To Say Nothing of the Dog by Connie Willis

I picked up this book after several recommendations from reddit’s r/Fantasy. To Say Nothing of the Dog stands by itself very well, and is fantastically happy and comedic. It was just over 20 hours in audio, and took me a very long time to get through. It felt like a bit of a drag at times, but I think that had more to do with how long it took me to listen to the audiobook, rather than any writing flaws. Overall the book is great fun to listen to, and/or read.


To Say Nothing of the Dog (How We Found the Bishop’s Bird Stump) by Connie Willis is mostly set in Victorian Era England, with a few exceptions for various different time travel locations. Overall, about 80-90% of the book is probably set in the past during the Victorian Era, with small parts in the present (2050s), and World War 2.

When too many jumps back to 1940 leave 21st century Oxford history student Ned Henry exhausted, a relaxing trip to Victorian England seems the perfect solution. But complexities like recalcitrant rowboats, missing cats, and love at first sight make Ned’s holiday anything but restful – to say nothing of the way hideous pieces of Victorian art can jeopardize the entire course of history.


There are 2 main characters who are thoroughly developed – Ned Henry and Verity Kindle. They’re both time travellers spending their time in Victorian England. There is a large supporting cast, which isn’t overly developed. I found a few of the characters to be more like caricatures, however this was well suited to the comedic elements of the book.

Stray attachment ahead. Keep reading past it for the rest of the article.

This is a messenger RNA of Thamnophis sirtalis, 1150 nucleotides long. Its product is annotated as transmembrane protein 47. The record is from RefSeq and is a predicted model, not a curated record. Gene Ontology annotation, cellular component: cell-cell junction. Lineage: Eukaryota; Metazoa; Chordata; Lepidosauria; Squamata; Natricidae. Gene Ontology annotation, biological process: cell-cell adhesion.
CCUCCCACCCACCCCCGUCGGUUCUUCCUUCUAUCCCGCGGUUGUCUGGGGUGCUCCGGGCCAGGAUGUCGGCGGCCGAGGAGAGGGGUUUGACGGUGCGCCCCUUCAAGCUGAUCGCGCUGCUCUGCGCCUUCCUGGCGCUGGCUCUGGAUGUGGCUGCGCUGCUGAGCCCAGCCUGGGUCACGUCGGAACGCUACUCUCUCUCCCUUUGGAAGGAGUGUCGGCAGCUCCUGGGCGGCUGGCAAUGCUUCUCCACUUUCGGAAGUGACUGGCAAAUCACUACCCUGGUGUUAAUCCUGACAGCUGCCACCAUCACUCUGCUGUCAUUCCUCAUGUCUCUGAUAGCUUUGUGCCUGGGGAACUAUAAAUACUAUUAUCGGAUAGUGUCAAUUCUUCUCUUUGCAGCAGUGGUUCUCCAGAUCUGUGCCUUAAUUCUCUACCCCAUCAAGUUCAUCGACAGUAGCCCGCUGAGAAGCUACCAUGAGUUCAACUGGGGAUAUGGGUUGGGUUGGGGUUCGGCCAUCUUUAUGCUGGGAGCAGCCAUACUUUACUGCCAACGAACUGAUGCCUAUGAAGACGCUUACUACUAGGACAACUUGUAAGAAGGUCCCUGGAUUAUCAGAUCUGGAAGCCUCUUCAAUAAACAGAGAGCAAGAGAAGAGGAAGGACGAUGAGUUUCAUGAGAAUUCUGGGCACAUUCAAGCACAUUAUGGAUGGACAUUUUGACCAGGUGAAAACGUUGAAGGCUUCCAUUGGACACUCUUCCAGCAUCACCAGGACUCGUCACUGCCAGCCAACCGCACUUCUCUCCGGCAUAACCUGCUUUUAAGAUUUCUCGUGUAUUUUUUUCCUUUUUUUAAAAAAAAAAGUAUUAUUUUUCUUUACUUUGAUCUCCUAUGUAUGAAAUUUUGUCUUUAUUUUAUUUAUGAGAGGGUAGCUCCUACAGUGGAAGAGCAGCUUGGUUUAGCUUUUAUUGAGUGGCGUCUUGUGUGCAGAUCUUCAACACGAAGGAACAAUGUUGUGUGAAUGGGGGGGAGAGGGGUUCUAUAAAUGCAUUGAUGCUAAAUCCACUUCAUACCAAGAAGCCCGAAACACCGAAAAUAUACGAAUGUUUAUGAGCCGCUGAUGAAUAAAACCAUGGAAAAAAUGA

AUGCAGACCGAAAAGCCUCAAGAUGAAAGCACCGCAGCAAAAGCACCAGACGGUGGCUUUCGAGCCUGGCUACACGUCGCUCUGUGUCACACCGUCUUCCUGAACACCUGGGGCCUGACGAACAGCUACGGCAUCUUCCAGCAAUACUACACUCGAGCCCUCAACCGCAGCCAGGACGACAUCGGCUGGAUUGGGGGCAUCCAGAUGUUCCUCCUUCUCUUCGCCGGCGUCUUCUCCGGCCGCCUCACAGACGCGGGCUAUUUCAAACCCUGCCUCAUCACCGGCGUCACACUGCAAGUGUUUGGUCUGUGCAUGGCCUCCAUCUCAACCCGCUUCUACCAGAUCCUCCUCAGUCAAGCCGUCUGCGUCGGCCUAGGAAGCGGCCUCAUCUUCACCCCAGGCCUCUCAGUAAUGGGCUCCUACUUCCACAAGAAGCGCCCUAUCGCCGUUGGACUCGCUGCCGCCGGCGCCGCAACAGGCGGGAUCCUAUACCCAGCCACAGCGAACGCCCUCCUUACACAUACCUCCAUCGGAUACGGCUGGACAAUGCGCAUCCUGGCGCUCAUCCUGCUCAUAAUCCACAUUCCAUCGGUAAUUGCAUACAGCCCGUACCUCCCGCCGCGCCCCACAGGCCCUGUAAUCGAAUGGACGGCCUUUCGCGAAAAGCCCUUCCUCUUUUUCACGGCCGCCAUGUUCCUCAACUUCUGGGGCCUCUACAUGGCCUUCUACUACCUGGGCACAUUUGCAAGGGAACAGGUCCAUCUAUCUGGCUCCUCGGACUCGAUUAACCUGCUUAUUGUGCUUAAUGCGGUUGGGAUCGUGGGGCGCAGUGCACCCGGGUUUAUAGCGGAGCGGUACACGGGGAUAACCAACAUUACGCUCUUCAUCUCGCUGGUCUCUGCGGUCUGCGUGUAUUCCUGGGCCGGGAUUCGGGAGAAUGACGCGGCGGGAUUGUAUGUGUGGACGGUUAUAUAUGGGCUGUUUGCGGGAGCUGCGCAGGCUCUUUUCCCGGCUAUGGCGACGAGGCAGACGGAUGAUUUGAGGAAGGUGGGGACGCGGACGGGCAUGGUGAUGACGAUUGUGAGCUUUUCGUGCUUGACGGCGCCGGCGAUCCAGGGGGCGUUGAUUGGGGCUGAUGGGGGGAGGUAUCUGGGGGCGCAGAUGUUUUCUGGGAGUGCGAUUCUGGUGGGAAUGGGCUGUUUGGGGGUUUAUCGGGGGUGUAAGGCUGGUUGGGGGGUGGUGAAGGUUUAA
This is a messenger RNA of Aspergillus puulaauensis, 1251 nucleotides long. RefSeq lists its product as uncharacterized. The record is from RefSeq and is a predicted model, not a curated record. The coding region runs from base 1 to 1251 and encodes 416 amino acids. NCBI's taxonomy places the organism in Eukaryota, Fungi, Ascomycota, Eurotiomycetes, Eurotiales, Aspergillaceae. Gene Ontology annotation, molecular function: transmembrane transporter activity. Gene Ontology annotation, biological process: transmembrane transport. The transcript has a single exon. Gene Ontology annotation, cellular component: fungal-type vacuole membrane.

The book focuses on how small moments can have a massive effect on history, and follows Ned and Verity around as they try to fix an “irregularity” which could cause the Nazi’s to win WWII, or possibly tear apart the space-time continuum, that is to say, reality. They’re also simultaneously required to play the part expected of them in Victorian society.

Overall the book has a large number of plot threads which appear to be wholly irrelevant when you first read them, however they do become important later on. Willis does an excellent job of bringing all the events throughout the novel together in the end.

Other Thoughts

I listened to this audiobook while walking around the streets, and ended up receiving a few weird looks as I randomly started giggling and laughing. The narrator also did a fantastic job.

To Say Nothing of the Dog is described as:

Connie Willis’ Hugo and Nebula Award-winning Doomsday Book uses time travel for a serious look at how people connect with each other. In this Hugo-winning companion to that novel, she offers a completely different kind of time travel adventure: a delightful romantic comedy that pays hilarious homage to Jerome K. Jerome’s Three Men in a Boat.

This is book 2 in the Oxford Time Travel series, but can be read separately from book 1. I’ve been told the tone of book 1 is quite different, but haven’t yet read it myself.


This book is probably best for people who like:

  • Comedy
  • Romance
  • Time Travel
  • History
  • Historical fiction
  • Sci-fi (it’s pretty light sci-fi though)
  • Happy books

One comment

  1. Yeah, book 1 is pretty much a standalone too. They’re not really a series except the publishers pushed that to boost sales.

    That would be like saying the Pickwick Papers and Sketches by Boz are a series because they both have Pickwick in them 😀


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